KANSAS CITY, Mo. (DTN) -- Rod Snyder, senior adviser for agriculture at EPA, said Monday that the agency is on course to finalize a rule allowing permanent sales of E15 in eight Midwest states by the end of the year.
Snyder spoke to DTN about the E15 rule on the sidelines of the Agricultural Business Council of Kansas City's Ag Outlook Forum.
E15 is the blend of 15% ethanol and 85% gasoline. While E15 has been allowed year-round nationally in the last two years, that's been driven by emergency waiver determinations by EPA Administrator Michael Regan "because of the extenuating circumstances with the war in Ukraine and also just the broader impact of the overall fuel supply," Snyder said.
The request from the governors of Illinois, Iowa, Minnesota, Missouri, Nebraska, Ohio, South Dakota and Wisconsin would provide a more permanent solution, at least for those states. The request is more technical than an emergency waiver and falls under a different mechanism of the Clean Air Act where the governors are asking for adjustments to the Reid vapor pressure (RVP) requirements, Snyder noted. (RVP is a measure of the volatility of gasoline).
"I don't want to get too technical or too in the weeds, but this would essentially change the makeup of the blend stock of the fuel that would then allow E15 to be blended year-round into the fuel supply, and so it would create a specific market for those eight states," Snyder said.
After proposing the rule last year, Snyder said EPA is now close to sending that final rule to the White House Office of Management and Budget (OMB) for final review.
"We've said publicly that our goal has been to try to finalize the rule before the end of the calendar year," Snyder said. "That's at least according to our regulatory agenda and timeline right now."
The attorneys general of Iowa and Nebraska in August filed a lawsuit against EPA demanding the agency immediately finish the rule.
ESA AND PESTICIDES
Speaking at the Ag Outlook Forum, Snyder highlighted the various court challenges EPA has faced about pesticide approvals and court requirements to consult with the U.S. Fish and Wildlife Service as well as National Marine Fisheries over the Endangered Species Act. Just this past month, EPA settled a "mega suit" involving hundreds of pesticide products involving the Endangered Species Act.
"If we continue to lose in federal court, there's a real risk we could lose with certain products of having them canceled or severely limited by judges," Snyder said. He added, "We have reached a point where we have to do something different."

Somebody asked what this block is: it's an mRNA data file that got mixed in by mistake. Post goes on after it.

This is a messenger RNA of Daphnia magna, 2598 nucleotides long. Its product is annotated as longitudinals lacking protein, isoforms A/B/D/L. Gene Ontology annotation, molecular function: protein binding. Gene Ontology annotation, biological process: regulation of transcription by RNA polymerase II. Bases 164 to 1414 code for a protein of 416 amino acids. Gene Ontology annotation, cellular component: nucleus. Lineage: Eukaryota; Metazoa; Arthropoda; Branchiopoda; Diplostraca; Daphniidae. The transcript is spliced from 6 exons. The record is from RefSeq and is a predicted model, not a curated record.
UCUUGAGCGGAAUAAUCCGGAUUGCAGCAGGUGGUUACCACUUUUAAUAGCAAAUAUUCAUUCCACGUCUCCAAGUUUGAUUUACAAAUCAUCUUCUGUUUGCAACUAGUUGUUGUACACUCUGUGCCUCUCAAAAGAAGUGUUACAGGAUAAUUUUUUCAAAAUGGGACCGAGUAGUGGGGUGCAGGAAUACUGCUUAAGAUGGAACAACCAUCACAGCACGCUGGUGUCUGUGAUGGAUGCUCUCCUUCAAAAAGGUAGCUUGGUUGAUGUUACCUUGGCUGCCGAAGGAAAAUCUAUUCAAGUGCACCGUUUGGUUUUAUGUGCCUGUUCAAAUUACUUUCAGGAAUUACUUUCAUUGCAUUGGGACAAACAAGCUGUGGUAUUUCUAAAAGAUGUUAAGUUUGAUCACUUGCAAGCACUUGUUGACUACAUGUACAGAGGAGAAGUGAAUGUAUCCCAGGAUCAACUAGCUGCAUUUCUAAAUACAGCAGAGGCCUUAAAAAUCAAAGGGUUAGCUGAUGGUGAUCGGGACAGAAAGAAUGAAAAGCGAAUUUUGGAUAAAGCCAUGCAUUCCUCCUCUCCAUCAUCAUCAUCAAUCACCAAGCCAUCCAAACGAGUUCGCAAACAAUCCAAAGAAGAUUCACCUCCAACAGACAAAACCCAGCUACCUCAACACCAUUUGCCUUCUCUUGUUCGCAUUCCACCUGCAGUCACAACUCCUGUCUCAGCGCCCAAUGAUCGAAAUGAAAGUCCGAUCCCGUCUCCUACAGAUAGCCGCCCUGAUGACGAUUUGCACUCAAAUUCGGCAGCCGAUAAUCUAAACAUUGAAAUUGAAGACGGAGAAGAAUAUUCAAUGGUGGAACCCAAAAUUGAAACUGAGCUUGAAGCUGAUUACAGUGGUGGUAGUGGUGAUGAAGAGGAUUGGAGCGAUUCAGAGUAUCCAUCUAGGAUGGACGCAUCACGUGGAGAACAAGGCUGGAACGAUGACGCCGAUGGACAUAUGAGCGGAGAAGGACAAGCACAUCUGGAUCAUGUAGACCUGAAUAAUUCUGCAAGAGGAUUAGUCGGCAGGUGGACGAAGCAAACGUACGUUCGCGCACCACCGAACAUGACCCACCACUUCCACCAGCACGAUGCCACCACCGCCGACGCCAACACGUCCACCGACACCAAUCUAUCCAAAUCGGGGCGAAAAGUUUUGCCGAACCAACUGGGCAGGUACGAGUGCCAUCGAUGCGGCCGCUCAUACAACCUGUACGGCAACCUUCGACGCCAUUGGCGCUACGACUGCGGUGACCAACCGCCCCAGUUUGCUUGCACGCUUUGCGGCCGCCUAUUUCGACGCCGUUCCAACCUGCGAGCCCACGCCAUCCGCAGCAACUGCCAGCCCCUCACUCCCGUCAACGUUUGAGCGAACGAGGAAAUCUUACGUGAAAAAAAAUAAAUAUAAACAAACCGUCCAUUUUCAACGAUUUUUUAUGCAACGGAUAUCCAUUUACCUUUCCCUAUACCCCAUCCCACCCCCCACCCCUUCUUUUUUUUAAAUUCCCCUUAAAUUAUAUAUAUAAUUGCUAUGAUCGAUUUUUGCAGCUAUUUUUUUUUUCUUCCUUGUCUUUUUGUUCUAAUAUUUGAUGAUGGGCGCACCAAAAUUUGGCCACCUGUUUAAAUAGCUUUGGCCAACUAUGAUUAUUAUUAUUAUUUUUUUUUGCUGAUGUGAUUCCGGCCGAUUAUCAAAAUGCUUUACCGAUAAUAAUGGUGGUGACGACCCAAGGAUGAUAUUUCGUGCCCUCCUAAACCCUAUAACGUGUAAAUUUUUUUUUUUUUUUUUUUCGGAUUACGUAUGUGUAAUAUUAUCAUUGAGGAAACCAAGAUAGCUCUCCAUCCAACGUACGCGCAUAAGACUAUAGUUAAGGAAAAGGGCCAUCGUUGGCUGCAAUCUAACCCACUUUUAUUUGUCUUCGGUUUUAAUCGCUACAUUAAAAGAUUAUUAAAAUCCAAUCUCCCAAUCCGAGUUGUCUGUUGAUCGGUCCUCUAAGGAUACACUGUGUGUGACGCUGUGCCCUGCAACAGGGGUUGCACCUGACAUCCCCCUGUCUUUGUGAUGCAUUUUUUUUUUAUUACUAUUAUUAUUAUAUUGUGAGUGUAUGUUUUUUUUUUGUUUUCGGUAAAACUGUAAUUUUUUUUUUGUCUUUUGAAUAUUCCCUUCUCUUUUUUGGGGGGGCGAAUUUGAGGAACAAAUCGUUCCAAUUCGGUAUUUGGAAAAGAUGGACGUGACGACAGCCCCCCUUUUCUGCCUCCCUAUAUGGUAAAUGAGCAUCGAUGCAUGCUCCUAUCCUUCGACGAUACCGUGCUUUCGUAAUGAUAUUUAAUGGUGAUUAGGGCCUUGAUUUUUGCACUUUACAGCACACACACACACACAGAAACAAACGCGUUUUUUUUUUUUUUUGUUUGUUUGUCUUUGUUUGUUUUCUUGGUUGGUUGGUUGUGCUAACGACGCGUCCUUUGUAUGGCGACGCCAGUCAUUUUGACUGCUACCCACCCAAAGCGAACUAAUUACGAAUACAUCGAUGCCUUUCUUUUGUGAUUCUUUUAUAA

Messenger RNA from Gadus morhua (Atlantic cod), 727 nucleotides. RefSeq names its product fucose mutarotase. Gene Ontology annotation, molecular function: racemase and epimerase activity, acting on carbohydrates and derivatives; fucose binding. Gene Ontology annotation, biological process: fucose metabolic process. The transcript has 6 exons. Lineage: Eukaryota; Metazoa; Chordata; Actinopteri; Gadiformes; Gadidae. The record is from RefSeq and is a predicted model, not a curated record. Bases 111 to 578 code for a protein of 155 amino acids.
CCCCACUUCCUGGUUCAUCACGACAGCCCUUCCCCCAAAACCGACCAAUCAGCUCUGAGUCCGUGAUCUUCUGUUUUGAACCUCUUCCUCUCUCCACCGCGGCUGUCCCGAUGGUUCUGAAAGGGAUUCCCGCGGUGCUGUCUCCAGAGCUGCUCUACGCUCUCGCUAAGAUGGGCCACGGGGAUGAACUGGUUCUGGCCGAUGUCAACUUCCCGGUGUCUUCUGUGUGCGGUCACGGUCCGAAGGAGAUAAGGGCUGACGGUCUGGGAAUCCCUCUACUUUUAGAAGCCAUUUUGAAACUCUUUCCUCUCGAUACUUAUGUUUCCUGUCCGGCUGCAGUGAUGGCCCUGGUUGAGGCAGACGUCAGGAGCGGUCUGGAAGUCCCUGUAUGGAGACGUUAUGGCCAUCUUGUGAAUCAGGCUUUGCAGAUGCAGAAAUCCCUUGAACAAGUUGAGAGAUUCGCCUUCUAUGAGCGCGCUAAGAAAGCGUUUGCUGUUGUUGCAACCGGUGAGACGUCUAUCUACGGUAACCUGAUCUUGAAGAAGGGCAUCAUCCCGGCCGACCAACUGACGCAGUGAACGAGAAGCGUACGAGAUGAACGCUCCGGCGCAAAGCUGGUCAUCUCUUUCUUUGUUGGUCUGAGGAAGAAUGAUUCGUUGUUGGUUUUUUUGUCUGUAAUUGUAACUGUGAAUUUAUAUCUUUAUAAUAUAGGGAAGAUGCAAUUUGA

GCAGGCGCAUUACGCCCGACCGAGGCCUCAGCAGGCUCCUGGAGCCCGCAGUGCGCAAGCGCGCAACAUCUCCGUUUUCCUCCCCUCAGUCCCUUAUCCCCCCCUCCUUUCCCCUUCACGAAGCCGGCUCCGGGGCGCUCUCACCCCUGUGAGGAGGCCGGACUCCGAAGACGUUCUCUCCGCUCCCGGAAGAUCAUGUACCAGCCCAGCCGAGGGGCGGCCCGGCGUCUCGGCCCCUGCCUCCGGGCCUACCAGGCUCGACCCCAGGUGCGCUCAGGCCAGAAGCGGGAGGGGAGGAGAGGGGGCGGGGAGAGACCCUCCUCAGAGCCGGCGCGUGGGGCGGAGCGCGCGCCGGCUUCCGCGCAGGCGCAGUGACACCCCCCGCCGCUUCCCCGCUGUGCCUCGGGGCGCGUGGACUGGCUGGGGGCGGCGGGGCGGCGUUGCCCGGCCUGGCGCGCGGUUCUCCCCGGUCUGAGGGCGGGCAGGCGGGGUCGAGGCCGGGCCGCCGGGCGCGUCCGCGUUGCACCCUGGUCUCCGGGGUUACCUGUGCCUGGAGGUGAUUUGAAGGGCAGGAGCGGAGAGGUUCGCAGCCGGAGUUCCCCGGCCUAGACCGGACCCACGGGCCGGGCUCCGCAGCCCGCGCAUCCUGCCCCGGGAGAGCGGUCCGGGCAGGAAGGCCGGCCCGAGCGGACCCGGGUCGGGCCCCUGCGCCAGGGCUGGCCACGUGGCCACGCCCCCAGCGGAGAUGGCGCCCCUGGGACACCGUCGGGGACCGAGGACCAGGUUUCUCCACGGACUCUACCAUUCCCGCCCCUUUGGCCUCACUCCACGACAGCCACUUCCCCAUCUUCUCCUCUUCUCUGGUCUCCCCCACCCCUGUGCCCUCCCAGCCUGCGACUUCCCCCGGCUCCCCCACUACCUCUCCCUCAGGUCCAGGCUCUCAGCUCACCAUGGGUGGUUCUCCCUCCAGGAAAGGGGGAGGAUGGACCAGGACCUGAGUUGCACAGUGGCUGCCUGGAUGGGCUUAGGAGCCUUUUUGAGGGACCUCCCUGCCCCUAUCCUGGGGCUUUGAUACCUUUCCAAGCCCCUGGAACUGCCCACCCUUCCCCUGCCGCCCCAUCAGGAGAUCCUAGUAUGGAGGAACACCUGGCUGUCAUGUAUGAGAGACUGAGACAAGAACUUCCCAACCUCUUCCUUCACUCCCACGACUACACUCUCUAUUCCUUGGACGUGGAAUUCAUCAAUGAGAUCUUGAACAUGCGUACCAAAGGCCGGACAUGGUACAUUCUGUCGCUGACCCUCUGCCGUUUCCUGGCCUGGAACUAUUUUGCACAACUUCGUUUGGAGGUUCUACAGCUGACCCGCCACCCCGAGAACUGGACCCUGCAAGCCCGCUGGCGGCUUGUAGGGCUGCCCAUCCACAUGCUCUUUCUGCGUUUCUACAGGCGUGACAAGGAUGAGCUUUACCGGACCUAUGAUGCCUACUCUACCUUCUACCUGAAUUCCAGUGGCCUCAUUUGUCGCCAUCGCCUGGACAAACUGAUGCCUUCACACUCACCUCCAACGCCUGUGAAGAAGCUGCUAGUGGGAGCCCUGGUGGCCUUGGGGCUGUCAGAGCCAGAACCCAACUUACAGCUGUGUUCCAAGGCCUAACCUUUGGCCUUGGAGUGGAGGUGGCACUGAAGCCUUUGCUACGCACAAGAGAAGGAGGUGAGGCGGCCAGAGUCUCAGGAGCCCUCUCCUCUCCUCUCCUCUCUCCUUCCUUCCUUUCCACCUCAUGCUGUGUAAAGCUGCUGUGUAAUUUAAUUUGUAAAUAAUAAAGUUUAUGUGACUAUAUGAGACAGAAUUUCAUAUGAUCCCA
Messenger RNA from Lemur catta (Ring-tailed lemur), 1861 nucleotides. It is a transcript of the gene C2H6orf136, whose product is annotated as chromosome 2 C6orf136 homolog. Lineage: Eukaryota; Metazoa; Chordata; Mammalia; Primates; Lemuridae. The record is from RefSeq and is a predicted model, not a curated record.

The result of all these court actions is that EPA has to get a better system in place to ensure that the agency is complying with the ESA because federal courts are going to get impatient if a long-term solution is not put in place, Snyder said.
"We want the agency and our science-based process to be behind the decisions that are bringing products to market and not necessarily leaving that in the hands of judges who may not have the same expertise or who wouldn't have the same expertise. But that means we actually have to put systems in place."
EPA proposed its herbicide strategy in July, and the comment period on that is open until Oct. 22.
"That gives farmers and other stakeholders an opportunity to weigh in on how we are approaching the issue," he said.
EPA is looking at mitigation measures and practices farmers can use to reduce runoff and drift and how those could be included on future pesticide labels.
"That again needs to be science-based, agronomically correct information that's hopefully available for a broad array of production systems," Snyder said. "This has to work for corn and soy rotations, but it also has to work for orchards and different types of specialty crops. This is going to have to work for everybody for it to be effective."
Snyder added, "We want to have as minimal an impact on the average farmer as possible."
Snyder also talked about EPA's work on per- and polyfluoroalkyl substances, known as PFAS chemicals, a group of manufacturing chemicals that remain "persistent in the environment," because they were designed to withstand extreme heat and water.
Snyder said EPA is working with USDA to better understand the impact of PFAS on both plants and animals. He emphasized that the U.S. food supply is among the safest in the world, and FDA has found no PFAS in 97% of its food sampling so far. "There is not a reason for panic among the public," he said.
At the same time, PFAS presents a unique challenge in local areas where there is significant PFAS contamination in the water and soil.
EPA has already set national drinking water standards for six PFAS chemicals. Working with USDA, EPA is looking at issuing rules for PFAS contamination in biosolids next year. Some states such as Maine have already banned the use of biosolids such as sewage sludge used as fertilizer because of widespread contamination. Snyder said EPA is looking at the impacts on crops and pasturelands because of biosolid land applications.
"We have determined this is one of the primary ways for exposure on farms," he said.
For more, see "EPA Proposes New Ag Herbicide Rules: Q&A Six-Pack: EPA Draft Herbicide Strategy" here: https://www.dtnpf.com/….
Also see "Forever Chemicals and Risks to Farms" here: https://www.dtnpf.com/….
Chris Clayton can be reached at Chris.Clayton@dtn.com
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